The important thing is that the three "main" aspects work together to create a cohesive character with a bit of depth. Look over characters from the Big Two comic companies and see how you could tease these three aspects out of their writeups. Check out DC's Who's Who or Marvel's Marvel Universe Handbooks to get to know characters, and figure out how they could tick in a FAE writeup.


These are approaches that can be used as an alternative to the approaches in the core Fate Accelerated rules. Fans of the original Marvel role-playing game will recognize them. Most of them are fairly straightforward in their applications.

The available rankings for approaches under this alternative would be: one at Great (+4), two at Good (+3), One at Fair (+2), Two at Average (+1) and One at Mediocre (+0). If you prefer to use the standard approaches, then choose One at Great (+4), One at Good (+3), Two at Fair (+1), One at Average (+1) and One at Mediocre (+0). Because of the typically higher power level of comic book super-heroes, having a bit of a bump to the rankings of approaches will help.

Powers in SuperFAE are fairly freeform, as is the nature of Fate Accelerated.

Rather than a lengthy list of powers, it is up to the aspects of the character, the creativity of the player and the adjudication of the GM to determine what characters can do. Obviously, this method won't suit everyone, but who wants that? Fate Core has a section that talks about "rulings, not rules" guiding play, and this should be taken to heart when dealing with powers for characters.

Using a power works like any other action in the FAE rules. The GM may want to charge a Fate point for effects that are particularly power, but this is not required. The GM is allowed to veto any attempted power that does not fit with the description of the character, however it might be better to suggest an alternative that does better fit the character. The Origin aspect of the character should inform what is possible.

Attack powers can often be built around the Fighting approach. Mental/Psionic abilities can be Reason or Psyche-based. Enhanced senses should be Intuition powers. Endurance protects against physical attacks and Strength is for the great feats of strength that a character can try to pull off.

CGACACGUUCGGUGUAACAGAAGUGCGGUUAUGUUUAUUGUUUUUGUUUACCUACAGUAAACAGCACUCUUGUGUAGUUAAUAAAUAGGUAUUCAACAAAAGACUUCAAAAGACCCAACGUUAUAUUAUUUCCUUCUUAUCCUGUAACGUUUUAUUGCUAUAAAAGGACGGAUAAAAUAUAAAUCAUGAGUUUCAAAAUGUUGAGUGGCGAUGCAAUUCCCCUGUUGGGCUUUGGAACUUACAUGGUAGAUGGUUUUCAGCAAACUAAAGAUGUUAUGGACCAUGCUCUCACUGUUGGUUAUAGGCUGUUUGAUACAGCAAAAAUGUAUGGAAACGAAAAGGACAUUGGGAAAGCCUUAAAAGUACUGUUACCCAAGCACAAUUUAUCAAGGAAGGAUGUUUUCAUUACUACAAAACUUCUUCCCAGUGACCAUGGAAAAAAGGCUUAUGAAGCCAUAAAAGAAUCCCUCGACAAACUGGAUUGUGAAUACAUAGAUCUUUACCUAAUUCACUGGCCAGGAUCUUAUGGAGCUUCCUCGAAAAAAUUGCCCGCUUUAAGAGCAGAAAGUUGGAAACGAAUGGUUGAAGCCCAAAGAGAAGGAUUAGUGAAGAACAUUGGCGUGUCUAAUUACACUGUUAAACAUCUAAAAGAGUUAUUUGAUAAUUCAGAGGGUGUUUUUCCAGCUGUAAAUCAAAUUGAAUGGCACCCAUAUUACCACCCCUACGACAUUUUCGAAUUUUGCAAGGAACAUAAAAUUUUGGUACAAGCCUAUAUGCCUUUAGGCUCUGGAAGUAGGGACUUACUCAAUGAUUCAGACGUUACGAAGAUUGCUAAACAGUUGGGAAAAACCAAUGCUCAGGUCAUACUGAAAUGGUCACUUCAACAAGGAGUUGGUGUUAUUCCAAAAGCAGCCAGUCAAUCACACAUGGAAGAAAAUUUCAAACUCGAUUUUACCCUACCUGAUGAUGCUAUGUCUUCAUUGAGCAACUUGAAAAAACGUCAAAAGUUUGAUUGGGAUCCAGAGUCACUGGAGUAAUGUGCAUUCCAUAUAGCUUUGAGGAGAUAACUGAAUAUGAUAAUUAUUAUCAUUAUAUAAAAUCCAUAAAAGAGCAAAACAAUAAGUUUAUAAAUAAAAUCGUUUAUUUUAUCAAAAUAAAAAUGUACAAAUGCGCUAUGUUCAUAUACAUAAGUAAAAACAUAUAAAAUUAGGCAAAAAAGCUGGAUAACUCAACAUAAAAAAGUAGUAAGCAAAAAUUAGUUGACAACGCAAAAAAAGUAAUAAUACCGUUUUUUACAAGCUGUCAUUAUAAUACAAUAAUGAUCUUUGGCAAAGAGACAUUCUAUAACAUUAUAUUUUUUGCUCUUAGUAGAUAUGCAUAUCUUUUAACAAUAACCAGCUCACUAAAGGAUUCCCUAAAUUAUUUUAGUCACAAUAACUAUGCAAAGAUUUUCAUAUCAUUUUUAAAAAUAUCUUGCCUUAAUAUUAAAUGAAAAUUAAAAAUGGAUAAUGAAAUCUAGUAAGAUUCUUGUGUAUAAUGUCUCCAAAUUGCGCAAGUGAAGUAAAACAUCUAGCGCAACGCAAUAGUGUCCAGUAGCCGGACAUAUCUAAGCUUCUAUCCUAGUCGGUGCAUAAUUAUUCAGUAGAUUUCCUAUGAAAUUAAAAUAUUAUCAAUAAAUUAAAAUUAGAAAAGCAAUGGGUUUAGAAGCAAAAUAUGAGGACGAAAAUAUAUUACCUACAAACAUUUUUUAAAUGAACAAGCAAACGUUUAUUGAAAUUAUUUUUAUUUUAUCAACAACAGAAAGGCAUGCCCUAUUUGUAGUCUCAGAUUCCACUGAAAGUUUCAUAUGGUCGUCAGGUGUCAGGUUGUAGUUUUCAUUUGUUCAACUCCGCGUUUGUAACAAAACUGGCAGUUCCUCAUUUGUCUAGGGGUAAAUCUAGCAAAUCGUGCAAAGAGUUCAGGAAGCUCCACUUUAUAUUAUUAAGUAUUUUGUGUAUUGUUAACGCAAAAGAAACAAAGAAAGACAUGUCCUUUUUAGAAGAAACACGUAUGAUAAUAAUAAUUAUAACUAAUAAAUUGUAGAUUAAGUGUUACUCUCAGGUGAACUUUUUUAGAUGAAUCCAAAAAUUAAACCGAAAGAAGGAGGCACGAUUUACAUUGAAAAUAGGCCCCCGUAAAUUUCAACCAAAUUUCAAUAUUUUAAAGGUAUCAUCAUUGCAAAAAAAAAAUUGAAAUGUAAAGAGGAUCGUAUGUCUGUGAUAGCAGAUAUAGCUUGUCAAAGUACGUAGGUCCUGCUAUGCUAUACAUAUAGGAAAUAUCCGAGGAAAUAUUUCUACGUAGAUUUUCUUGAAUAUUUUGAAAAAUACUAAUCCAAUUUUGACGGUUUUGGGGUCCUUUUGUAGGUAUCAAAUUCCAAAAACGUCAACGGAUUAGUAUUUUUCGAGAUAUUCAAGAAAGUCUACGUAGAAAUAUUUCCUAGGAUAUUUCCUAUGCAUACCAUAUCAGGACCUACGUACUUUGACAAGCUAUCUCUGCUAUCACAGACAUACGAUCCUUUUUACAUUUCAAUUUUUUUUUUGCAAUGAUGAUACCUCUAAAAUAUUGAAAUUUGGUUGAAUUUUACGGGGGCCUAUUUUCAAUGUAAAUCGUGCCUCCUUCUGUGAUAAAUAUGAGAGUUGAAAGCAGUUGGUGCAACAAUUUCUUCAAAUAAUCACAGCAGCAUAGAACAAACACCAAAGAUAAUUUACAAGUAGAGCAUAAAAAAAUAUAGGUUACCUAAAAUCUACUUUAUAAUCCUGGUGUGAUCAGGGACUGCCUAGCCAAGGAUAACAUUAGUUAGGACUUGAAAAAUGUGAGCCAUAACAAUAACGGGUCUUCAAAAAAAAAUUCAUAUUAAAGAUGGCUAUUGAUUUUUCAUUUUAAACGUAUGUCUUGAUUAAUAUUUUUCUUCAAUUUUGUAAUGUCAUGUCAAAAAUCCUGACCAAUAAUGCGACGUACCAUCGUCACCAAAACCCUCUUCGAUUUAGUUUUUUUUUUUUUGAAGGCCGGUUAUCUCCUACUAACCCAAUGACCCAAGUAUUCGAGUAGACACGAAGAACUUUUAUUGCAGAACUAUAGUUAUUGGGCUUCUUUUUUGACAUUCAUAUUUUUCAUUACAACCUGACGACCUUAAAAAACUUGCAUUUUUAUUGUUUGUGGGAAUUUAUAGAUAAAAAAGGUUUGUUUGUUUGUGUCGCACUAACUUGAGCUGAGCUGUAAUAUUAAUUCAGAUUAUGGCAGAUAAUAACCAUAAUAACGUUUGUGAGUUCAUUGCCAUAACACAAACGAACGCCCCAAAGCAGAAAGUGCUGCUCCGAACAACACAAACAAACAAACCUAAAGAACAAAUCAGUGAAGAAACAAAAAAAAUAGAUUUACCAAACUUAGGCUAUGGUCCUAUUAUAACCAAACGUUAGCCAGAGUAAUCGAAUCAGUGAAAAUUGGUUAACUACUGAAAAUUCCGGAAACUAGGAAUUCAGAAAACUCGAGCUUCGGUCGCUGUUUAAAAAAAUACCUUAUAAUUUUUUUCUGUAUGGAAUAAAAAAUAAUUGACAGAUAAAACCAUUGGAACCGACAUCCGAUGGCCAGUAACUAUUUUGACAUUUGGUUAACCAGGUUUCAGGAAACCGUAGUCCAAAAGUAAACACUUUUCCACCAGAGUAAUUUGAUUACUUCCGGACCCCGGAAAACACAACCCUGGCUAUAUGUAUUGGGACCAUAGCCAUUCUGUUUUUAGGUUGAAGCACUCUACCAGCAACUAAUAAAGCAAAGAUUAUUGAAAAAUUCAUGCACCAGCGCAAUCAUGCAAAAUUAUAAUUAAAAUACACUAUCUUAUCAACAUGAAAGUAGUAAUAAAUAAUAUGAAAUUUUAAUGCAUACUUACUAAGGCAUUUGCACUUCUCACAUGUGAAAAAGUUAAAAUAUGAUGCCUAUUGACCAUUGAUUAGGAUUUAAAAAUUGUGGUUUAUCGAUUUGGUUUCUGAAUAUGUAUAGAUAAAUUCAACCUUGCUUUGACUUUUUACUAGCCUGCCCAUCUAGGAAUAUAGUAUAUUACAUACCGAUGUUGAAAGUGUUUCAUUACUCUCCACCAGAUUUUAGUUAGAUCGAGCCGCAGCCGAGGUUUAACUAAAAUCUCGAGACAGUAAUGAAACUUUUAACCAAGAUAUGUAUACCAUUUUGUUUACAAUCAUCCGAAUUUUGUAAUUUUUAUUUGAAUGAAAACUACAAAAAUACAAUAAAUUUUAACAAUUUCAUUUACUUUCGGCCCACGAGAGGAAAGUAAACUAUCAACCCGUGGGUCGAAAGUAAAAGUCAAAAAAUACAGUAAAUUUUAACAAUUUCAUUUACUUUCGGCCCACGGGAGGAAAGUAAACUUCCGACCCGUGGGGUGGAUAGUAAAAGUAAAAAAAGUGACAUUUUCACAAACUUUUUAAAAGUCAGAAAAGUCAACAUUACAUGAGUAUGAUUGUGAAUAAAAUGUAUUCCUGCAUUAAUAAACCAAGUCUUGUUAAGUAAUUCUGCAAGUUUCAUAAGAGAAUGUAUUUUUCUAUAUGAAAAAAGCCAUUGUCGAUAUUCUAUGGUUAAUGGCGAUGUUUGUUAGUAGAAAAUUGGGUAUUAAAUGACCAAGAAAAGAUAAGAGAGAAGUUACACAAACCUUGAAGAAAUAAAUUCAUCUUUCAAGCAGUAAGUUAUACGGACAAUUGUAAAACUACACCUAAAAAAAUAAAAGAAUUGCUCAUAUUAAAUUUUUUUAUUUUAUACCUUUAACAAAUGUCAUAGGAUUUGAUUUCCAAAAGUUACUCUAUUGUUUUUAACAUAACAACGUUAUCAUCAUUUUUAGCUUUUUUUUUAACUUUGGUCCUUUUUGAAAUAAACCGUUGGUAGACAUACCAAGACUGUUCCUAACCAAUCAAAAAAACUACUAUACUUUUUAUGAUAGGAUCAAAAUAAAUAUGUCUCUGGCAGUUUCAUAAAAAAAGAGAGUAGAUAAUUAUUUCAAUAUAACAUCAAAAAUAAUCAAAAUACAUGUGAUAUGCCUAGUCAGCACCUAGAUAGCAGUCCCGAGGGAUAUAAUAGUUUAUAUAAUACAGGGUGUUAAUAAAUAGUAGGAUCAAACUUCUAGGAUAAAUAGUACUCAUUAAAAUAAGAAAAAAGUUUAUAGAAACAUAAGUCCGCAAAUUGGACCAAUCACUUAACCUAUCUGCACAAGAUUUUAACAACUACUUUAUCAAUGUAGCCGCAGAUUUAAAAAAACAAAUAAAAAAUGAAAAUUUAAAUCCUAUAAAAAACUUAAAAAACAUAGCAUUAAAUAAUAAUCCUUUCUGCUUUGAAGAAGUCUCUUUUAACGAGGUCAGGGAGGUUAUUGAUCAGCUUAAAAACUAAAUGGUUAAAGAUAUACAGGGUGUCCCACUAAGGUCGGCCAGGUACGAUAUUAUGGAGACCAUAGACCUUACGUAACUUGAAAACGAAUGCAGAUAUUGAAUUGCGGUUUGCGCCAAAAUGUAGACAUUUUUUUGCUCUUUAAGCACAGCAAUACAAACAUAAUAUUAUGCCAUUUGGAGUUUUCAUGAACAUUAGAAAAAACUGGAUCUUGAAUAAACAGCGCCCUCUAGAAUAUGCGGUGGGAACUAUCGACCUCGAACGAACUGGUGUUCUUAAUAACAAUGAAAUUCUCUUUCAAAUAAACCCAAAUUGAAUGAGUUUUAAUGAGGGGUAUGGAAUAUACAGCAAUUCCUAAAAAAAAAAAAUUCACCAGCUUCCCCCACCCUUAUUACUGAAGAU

If a power is something that will be used often by the character, you might want to consider building a Power Stunt for them instead. A Power Stunt is like a signature power, or common use of a power, written up in the form of a stunt, that the character is likely to perform more often, and with greater capability. A Power Stunt will also always cost a Fate point to "activate." This means that as long as the character has Fate points, a Power Stunt can be performed. A Power Stunt can also be an exception to the rules, possible for that character.

Some example Power Stunts:

Because of my Mutant Nature, when I use my eye beams to Attack someone, I get a +2 to my Fighting.

Because of my Highly Evolved Brain, I can get a +2 to my Psyche when I Create Advantages in the perceptions of others.

Because I am The Woman Without Fear, I get a +2 to my Psyche when Defending.

Because I am The Strongest There Is, I can use my Strength to Attack instead of Fighting.

Power Stunts basically have three parts to them: mentioning a relevant aspect of the character, giving a +2 bonus and saying which type of action this stunt covers. Power Stunts are purchased for a character with their (up to) four free stunts, along with any other stunts that they might have.

There is more to come, I will add a couple of sample characters to this post, and maybe tighten up a few of the rules things, and I get a chance to dedicated a bit more headspace to this.